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Colton Keiser


The Forces of Krill #1 by S. Eric Meretzky

“There are no Magic Sneakers and no Prince of Kaldorn in this book. You have been cheating. Vindictus, the Patron of Decision Novels, appears. Reaching out of the book, he casts a spell on you, and you turn into an unbelievably ugly toad.” Pg.124


Zork is a classical fantasy multi-sequential fictional series. Written by S. Eric Meretzky, a video game developer, best known for innovating in interactive fiction adapting many series including “The Hitchhiker's Guide to the Galaxy '' and “Zork”, under his company Infocom. Meretzky had originally made the Zork series as a text-based interactive video game. These games had positive reviews related to many innovative systems including the in-game map and “help system” (Wikimedia Foundation, 2024, Zork Zero). Its legacy is known as “the father figure of the genre” regarding its influence over interactive fiction (Wikimedia Foundation, 2024, Zork). The Zork book series seems to come in the middle of the praise for the game series and Meretzky tried to capitalize off the brand by expanding it to other mediums. Although the books have had more negative reception with one critic stating  “Any child of any intelligence will swiftly realize they're being patronized, and will return to their fantasies…and a good thing too.” Tor Books were the publishers of the Zork book series but there does not seem to be anything interesting regarding the story of how they came to publish the Zork series and working with Meretzky (Wikimedia Foundation, 2024, Tor_Books). Meretzky is still working in the video game industry to this day as a designer, at “Boffo Intergalactic Games”. (Wikimedia Foundation, 2023, Steve Meretzky)


Regarding the narrative and multi-sequential style. Very few decisions in the interactive paths resulted in the robust branching paths. At the beginning of the novel, they play with this idea by giving the characters more context for future decisions and world-building with different paths while connecting the paths shortly after. Many “alternative” decisions result in instant deaths for our two main characters June and Bill (or their Zork personas Bivotar and Juranda). This gives an illusion of choice to the reader as many of the decisions are swiftly punished instead of giving the reader further opportunities to get out of those unforeseen dangers. I wish Eric Meretzky played with the idea of alternate routes granting the two main characters more context for other decisions, or more branching paths in the narrative more often. The only true branching path is a choice made early in the book by having the characters choose “Path of House of Ellron” or “Aragain Falls”. In these two alternate paths the kids will adventure different routes in Zork to get to their uncle Syovar. The point system is also interesting as every ending of the book is allocated points out of 10 depending on the progression the reader has made.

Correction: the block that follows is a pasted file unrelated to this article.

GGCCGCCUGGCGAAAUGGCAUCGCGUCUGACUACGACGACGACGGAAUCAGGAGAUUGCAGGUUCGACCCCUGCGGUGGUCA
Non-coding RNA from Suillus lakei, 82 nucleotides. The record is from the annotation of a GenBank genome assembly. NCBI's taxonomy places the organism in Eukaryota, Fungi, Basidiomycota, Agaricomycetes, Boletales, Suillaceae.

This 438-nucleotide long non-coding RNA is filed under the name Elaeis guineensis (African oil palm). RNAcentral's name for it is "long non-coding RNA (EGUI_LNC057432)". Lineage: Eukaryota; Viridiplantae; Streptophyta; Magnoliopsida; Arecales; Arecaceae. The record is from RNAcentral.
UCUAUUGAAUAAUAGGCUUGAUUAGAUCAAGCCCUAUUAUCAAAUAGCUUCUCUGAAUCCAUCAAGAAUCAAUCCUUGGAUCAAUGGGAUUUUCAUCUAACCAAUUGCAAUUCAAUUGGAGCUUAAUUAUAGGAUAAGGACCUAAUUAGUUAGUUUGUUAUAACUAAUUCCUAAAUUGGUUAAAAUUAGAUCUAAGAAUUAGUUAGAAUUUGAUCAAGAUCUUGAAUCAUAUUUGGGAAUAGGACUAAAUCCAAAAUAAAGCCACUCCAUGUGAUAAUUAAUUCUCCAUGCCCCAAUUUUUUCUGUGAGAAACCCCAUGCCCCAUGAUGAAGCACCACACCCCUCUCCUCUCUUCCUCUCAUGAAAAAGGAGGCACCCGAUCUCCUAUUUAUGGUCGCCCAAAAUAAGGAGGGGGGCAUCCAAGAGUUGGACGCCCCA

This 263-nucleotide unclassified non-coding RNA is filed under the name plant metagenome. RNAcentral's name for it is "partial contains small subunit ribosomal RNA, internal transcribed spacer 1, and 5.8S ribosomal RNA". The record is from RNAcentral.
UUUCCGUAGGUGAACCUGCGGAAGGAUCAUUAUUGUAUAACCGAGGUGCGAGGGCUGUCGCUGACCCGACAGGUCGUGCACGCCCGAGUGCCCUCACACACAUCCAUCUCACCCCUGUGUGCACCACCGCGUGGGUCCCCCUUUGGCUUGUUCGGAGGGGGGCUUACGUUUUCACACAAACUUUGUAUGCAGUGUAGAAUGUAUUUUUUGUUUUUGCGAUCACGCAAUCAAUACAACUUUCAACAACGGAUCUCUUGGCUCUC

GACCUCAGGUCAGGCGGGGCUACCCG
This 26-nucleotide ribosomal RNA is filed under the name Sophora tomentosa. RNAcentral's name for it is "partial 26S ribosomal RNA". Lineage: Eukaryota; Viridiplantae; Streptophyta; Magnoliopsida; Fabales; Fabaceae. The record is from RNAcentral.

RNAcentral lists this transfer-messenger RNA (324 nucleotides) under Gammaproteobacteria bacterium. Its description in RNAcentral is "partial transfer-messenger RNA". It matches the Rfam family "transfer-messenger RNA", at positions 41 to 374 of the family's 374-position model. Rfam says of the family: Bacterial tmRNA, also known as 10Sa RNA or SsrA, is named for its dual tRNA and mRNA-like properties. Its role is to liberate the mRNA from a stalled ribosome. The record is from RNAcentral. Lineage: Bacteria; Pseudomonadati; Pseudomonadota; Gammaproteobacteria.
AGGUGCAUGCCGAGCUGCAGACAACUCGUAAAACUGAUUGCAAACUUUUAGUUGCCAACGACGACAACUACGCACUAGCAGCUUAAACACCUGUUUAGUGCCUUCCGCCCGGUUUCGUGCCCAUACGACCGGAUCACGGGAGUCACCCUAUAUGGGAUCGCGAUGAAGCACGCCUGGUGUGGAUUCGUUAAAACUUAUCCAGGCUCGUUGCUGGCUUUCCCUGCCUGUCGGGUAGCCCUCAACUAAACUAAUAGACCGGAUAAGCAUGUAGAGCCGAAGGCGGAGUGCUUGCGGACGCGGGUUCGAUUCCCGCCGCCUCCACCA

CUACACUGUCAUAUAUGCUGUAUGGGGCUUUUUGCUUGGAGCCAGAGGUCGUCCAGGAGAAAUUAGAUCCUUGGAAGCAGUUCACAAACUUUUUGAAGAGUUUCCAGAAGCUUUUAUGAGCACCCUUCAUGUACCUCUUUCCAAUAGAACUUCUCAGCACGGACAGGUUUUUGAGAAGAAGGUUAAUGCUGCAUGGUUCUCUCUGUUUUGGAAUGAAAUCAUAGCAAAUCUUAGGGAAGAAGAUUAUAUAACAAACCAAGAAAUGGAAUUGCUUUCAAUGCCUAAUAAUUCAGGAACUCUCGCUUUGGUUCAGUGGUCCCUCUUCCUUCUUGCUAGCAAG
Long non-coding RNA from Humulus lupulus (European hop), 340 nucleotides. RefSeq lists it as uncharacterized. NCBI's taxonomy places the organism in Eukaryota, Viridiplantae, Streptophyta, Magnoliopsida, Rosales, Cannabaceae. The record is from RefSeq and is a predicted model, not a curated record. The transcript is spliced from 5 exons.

There are many fun parts of the story where the characters meet gnomes, hermits, an enchanted frog that they must listen to, and much more. The book does not take itself seriously and I believe that this is a strength as it leans into the irrational nature of fantasy novels and comes off as a parody in many ways. One instance of this is choosing to trick a gnome into helping the two kids cross a bridge and cutting the bridge down before the gnome can collect a payment for the labor. This is treated as a comedic scenario that the characters never reflect on. Pointing out the immoral nature of fantasy novels with similar situations. Another is the opening quote I chose. This is when the book asks you late into the story if you have these special items to get out of a scenario. These items do not exist and hence if the reader lies they are punished by Meretzky. This self-awareness saves the book a lot from many critiques of cliche tropes, and a standard fantasy narrative. The branching paths though many ends suddenly do open the reader to a lot of immersive world-building with the existence of many races of creatures, warlocks, and other geographic areas explored that would not have been introduced in a more linear story. For what it is and being a book catered for a younger audience I give it 3.5/5 stars for being a fun take on an interactive fantasy series. The series has many strengths with its structure and has good world-building and humor but that can not cover up a very cliche narrative that is at the foundation of the series.





Reference Sources

Wikimedia Foundation. (2023, December 16). Steve Meretzky. Wikipedia.


Wikimedia Foundation. (2024, February 19). Tor books. Wikipedia.


Wikimedia Foundation. (2023, December 6). Zork Zero. Wikipedia.


Wikimedia Foundation. (2024, February 11). Zork. Wikipedia.